The proposed permitted development right will be limited to A1 and A2 premises of not more than 150 square metres floor area, and will allow conversion to a single dwelling house or a maximum of four flats (but not a small HMO). Premises in conservation areas, National Parks, Areas of Outstanding Natural Beauty, the Broads and World Heritage sites (“Article 1(5) land”) will be excluded.

The consultation paper recognises that local planning authorities can issue Article 4 Directions to prevent or restrict such changes of use, although it does include a reminder that compensation may become payable.

Subject to the consultation exercise (which is due to end in October), the intention is that these further amendments to the GPDO should take effect in April 2014.

© MARTIN H GOODALL

13 comments:

Evan Owen - Snowdonia said...

Nick Boles made a comment about communities being fossilised in many areas yet this suggests that shops in NPs and AONBs will be excluded whether they have been empty for decades or not. I have seen hotels that have gone out of business several times and now stand empty yet in designated areas they want to preserve the facility for tourism... Shops are closing in communities in these areas because there are not enough locals left to keep them open. Yes Nick "fossilised" was the most appropriate word.

JNH said...

If LPA's can take local plan policies into account then this proposal does not give a GENERAL permitted development right. It is a planning application by any other name. PD rights should be reserved for development which has no fundamental policy implications.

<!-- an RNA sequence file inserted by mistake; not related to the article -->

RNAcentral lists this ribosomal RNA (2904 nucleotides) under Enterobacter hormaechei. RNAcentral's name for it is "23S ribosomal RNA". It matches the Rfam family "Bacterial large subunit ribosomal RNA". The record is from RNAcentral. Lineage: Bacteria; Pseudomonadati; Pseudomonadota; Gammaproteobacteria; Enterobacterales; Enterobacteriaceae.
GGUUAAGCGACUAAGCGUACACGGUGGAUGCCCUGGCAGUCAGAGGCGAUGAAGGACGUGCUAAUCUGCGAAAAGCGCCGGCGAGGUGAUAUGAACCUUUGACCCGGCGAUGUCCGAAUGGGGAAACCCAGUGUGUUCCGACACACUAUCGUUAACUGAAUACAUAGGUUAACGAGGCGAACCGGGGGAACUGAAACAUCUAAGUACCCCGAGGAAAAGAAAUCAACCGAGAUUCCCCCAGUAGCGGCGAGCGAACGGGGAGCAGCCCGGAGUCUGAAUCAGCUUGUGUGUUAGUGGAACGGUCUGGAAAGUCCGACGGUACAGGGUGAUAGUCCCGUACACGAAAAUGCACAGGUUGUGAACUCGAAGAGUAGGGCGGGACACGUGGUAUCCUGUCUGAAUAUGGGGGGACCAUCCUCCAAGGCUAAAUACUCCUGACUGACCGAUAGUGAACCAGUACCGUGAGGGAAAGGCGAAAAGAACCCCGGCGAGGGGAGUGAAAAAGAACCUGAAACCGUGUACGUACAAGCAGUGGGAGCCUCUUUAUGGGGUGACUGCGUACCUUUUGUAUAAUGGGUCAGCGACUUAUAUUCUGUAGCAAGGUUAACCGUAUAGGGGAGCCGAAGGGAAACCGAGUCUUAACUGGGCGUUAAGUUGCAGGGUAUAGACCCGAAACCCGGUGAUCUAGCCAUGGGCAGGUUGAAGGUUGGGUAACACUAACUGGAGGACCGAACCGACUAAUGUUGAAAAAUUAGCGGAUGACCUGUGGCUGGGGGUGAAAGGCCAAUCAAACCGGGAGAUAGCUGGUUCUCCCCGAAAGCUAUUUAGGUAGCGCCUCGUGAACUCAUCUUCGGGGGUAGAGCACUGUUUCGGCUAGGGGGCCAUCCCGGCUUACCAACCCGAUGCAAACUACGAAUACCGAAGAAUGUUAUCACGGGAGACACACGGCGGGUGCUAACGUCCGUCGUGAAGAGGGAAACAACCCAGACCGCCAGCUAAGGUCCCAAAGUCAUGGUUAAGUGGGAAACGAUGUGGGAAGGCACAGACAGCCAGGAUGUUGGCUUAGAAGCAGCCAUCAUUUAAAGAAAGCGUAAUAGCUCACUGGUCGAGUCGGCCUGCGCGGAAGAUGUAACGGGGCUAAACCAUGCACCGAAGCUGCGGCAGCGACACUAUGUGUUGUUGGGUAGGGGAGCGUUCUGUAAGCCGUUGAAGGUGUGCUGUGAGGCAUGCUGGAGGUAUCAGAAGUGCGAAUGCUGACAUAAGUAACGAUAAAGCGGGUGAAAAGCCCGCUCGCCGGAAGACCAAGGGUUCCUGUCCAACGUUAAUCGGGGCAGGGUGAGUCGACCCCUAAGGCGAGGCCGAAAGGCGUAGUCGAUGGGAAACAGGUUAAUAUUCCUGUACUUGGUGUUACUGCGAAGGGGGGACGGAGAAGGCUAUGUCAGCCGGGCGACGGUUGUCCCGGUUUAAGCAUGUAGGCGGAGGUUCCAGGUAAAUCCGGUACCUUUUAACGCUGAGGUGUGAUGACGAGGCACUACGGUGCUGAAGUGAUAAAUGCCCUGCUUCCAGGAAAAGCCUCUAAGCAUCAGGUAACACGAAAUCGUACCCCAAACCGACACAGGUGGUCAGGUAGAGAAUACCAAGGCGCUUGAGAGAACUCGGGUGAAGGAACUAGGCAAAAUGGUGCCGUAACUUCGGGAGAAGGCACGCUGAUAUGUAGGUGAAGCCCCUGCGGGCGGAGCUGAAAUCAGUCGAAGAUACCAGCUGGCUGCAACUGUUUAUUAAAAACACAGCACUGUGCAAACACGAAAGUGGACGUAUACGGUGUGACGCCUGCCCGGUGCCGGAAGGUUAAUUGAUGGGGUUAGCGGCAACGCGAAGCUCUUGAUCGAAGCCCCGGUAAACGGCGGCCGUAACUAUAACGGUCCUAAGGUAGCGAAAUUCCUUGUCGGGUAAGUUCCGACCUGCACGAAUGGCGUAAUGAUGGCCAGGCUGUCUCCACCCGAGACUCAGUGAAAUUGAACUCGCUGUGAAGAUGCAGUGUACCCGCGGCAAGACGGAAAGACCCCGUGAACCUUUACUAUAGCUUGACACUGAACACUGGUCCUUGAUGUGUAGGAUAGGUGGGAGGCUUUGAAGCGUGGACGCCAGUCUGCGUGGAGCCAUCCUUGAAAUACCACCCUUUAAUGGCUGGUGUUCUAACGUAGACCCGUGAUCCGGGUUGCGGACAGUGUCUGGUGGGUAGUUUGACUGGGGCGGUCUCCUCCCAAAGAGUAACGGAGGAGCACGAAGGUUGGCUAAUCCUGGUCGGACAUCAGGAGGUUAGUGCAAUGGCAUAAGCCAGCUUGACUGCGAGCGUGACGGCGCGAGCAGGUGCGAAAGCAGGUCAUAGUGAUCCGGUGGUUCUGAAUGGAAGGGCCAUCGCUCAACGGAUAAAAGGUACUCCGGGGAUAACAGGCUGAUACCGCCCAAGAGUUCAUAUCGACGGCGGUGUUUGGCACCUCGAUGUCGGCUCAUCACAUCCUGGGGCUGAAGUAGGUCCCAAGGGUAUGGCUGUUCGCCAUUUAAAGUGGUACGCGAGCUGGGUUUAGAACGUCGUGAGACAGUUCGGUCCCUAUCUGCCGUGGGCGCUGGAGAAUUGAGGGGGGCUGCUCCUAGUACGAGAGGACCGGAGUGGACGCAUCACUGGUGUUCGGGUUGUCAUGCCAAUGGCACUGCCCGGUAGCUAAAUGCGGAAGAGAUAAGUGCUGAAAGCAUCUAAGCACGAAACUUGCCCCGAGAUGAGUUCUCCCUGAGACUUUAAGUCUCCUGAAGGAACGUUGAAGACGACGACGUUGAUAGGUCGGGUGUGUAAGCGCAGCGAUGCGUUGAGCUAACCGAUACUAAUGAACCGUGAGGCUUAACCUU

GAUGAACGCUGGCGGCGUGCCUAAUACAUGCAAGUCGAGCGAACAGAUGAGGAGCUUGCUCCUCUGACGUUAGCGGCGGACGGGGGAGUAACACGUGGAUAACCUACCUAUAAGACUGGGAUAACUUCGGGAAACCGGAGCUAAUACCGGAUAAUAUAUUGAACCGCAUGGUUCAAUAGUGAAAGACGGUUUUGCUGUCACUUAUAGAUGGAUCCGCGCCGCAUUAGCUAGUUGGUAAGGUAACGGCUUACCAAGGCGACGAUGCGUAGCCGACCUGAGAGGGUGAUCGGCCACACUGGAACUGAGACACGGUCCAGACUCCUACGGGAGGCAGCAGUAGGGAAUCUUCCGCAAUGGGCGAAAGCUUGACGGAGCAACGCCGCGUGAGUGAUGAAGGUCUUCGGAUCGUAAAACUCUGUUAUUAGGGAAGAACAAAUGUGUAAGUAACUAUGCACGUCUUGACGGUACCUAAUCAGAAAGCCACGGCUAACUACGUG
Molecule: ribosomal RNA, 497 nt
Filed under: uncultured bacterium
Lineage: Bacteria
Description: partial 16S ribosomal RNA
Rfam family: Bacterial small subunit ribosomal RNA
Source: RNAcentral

Am I the only professional who is concerned about the blurring of the line between prior approval and planning applications?

The government's seemingly never ending tinkering with secondary legislation is undermining the principle enshrined in the Planning Acts that changes of use can have significant impacts.

Martin H Goodall LARTPI said...

I entirely agree with JNH’s observations. I did not mention it in my blog post yesterday, but I do share these concerns. In fact JNH’s remarks exactly mirror my thoughts as I wrote this piece. There does seem to be a trend towards “permitted development” which is really not PD at all in the strict sense of the word, because the developer is forced to jump through hoops in order to be able to carry out that development.

I had already formed the view that the right to make a change of use from office to residential was really a sort of ‘planning-permission-lite’. The proposed right to change from A1 or A2 to C3 seems to go even further down that road, by allowing the prior approval application to be dealt with almost exactly like a planning application.

So what’s the point of introducing this alternative form of planning application? I described it in a previous post as a kind of legislative sleight of hand. What do ministers think they are playing at? Or is Sir Humphrey simply making sure that their aims are frustrated by the complexity of the legislation?

Richard W said...